4. You’ve mentioned in the past that recovering from two ACL tears in 2016 has helped make you a stronger player and person. How so?

Yeah, I mean honestly, my ACLs, I think the first one was kind of eye opening, like hey, this s—t can be taken from you at any moment, right? Because I was, like, taking it for granted. I wasn’t working out like that. I just relied on my athleticism. I got a scholarship to college, like I’m on the high horse. I’m a freshman, I’m starting, all these things. And then boom, I get hit with my first ACL tear. I’m like, OK, I need to take basketball seriously.

So, I do all the work, I do all the rehab. I’m going to rehab twice a day. I’m knocking it out. The second [ACL] comes, and now I realize I need to work on the individual. I’m not a s—tty person. I take pride in my character. But my mentality was terrible. I was just all me, me, me. Like once I get this surgery, I’m good — just nonsense, complete nonsense. Once that second one happened, I’m like, you need to sit down. You need to get more in tune. Talk to a therapist. That second one definitely saved my career because there was definitely some things I was missing. I was going through PTSD and I didn’t know, and that second one definitely opened my eyes to the things I needed to improve on.

5. You’re one of the top defensive players in the league. How have you honed and improved your defensive skills over the past few seasons?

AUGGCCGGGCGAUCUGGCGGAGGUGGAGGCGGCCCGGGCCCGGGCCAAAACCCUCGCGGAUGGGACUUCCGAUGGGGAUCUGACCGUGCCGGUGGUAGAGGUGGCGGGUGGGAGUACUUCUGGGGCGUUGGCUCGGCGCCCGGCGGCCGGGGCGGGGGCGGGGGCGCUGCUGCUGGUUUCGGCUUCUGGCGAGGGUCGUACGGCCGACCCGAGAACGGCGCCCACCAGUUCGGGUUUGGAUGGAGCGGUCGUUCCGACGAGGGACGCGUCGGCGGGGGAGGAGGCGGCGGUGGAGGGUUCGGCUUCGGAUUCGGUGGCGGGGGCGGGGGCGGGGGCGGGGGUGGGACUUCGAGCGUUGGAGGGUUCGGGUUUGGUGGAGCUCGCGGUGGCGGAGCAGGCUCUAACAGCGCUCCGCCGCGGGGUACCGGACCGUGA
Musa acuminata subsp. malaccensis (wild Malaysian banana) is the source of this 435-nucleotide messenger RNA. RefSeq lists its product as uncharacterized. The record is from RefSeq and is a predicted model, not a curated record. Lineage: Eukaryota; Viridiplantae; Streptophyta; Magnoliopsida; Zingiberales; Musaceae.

Finding new ways to just be in the play, because teams are now starting to scheme me out of the play. Whoever I’m guarding, they just take them completely out of the play and I hate it. Like, I’m starting to realize that. So now I have to find new ways to still be effective, make teams pay even when I’m not on the ball. Because teams don’t want me on the ball. They want their point guards to breathe. Apparently, I don’t let them.

6. Where does the nickname Slim come from?

It comes from [former Dream head coach] Michael Cooper. He gave it to me in training camp ‘cause I had on all black leggings. He was like, “God dammit, Slim. You just slim. You would wear black when you that skinny.” He called me Slim Quick. And in the game, he would yell at me so much. He’s like, “I can’t call you Slim Quick. I’m just gonna call you Slim.”

7. You have your master’s in instructional design, development and evaluation in education from Syracuse. What does that involve?

It’s just a long ass name for consulting. It basically teaches you how to teach others in multiple ways. That’s the best way I can describe it.

8. If you weren’t a professional basketball player, what would you be doing?

I’d be a PBA bowler. I’m nice. I’m like that. I love bowling. It’s me and my dad’s thing.

9. What show streaming on Netflix, Hulu, etc. are you obsessed with right now?

I’m obsessed with Legendary [on HBO Max]. It’s like America’s Best Dance Crew and voguing all smashed together. It is fire.

10. What is the funniest/craziest thing that’s happened to you in the WNBA?

Some of those I cannot disclose. Oh, I missed my flight. I missed a flight (laughs). It was crazy. We were at the wrong terminal and we thought we were at the right terminal. And we were texting the group like, “Hey, did the plane board yet?” And apparently as I’m texting, the flight door closed. So, there was no chance of me getting on the flight.

Lyndsey D’Arcangelo is a contributing writer at Just Women’s Sports, covering the WNBA and college basketball. She also contributes to The Athletic and is the co-author of “Hail Mary: The Rise and Fall of the National Women’s Football League.” Follow Lyndsey on Twitter @darcangel21.